Newspaper article The Journal (Newcastle, England)

Historic Site to Enter a New Era of Engineering; ENGINEERING

Newspaper article The Journal (Newcastle, England)

Historic Site to Enter a New Era of Engineering; ENGINEERING

Article excerpt

Byline: COREENA FORD coreena.ford@ncjmedia.co.uk

FINAL preparations are being made to reopen the historic Armstrong Works, once dubbed the world's first defence factory, following a PS20m transformation creating 100 jobs.

Directors said the redevelopment, turning the vast structure along Newcastle's Scotswood Road into the home of North East family business The Reece Group, bolsters Tyneside's legacy as a world leader in innovative engineering.

The group's 500 employees have steadily been moving into the 350,000sq ft facility on the banks of the Tyne ahead of the opening celebrations on September 3. Known to many as the Vickers tank factory, the Armstrong Works has been a centre of British engineering for more than 160 years, after it was founded by one of the country's greatest industrialists and philanthropists, Lord Armstrong.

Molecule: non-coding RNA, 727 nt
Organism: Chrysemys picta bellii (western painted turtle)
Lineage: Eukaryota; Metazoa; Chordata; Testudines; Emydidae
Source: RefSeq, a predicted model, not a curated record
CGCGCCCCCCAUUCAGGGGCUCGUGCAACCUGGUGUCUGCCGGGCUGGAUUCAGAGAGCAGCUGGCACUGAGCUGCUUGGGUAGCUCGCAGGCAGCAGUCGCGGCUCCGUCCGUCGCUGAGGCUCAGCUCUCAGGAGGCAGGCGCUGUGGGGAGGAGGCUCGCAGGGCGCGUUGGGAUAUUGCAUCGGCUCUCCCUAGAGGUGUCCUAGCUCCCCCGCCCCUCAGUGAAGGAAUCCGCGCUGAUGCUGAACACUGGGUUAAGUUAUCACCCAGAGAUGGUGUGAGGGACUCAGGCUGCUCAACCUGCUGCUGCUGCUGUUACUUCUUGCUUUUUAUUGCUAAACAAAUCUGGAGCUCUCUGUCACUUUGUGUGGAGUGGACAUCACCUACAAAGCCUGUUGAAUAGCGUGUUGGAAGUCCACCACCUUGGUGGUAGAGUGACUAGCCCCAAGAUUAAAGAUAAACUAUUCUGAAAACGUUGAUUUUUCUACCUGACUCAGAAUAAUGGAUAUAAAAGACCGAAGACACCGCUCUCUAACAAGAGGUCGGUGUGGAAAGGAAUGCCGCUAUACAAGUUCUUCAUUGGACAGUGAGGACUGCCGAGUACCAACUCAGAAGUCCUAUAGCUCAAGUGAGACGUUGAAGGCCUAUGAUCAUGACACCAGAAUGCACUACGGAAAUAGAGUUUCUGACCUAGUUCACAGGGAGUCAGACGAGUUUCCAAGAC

Employing 25,000 people at its peak, over the years it has produced cars, locomotives and aircraft, and made the first breechloading gun for the war in Crimea as well as Chieftain tanks in the Second World War.

Both the hydraulics for Newcastle's Swing Bridge and London's Tower Bridge came from the factory, which also produced parts for the Spitfire and the 'bouncing bombs' used by the Dambusters.

But a hammer blow was dealt when former owners of the site BAE Systems announced in 2012 they were closing it with the loss of 330 jobs, triggering fears it would be the end to heavy engineering on the Tyne - and the factory, which had employed generations of families.

With major investment from The Reece Group, however, the legacy of Lord Armstrong continues into a new era as the landmark site becomes home to the group's world-class engineering companies and Innovation Centre.

In the period 2008 to 2012, Pearson Engineering went on to win orders worth more than PS400m for its SPARK mine roller, which protected troops from mines and explosive devices, and was responsible for saving the lives of many allied soldiers in the Iraq and Afghanistan conflicts.

On the back of the move into the factory, Pearson Engineering is now able to provide an armoured vehicle refurbishment and upgrade service, leading to a contract to undertake a structural assessment of the British Army's Challenger 2 tank fleet. …

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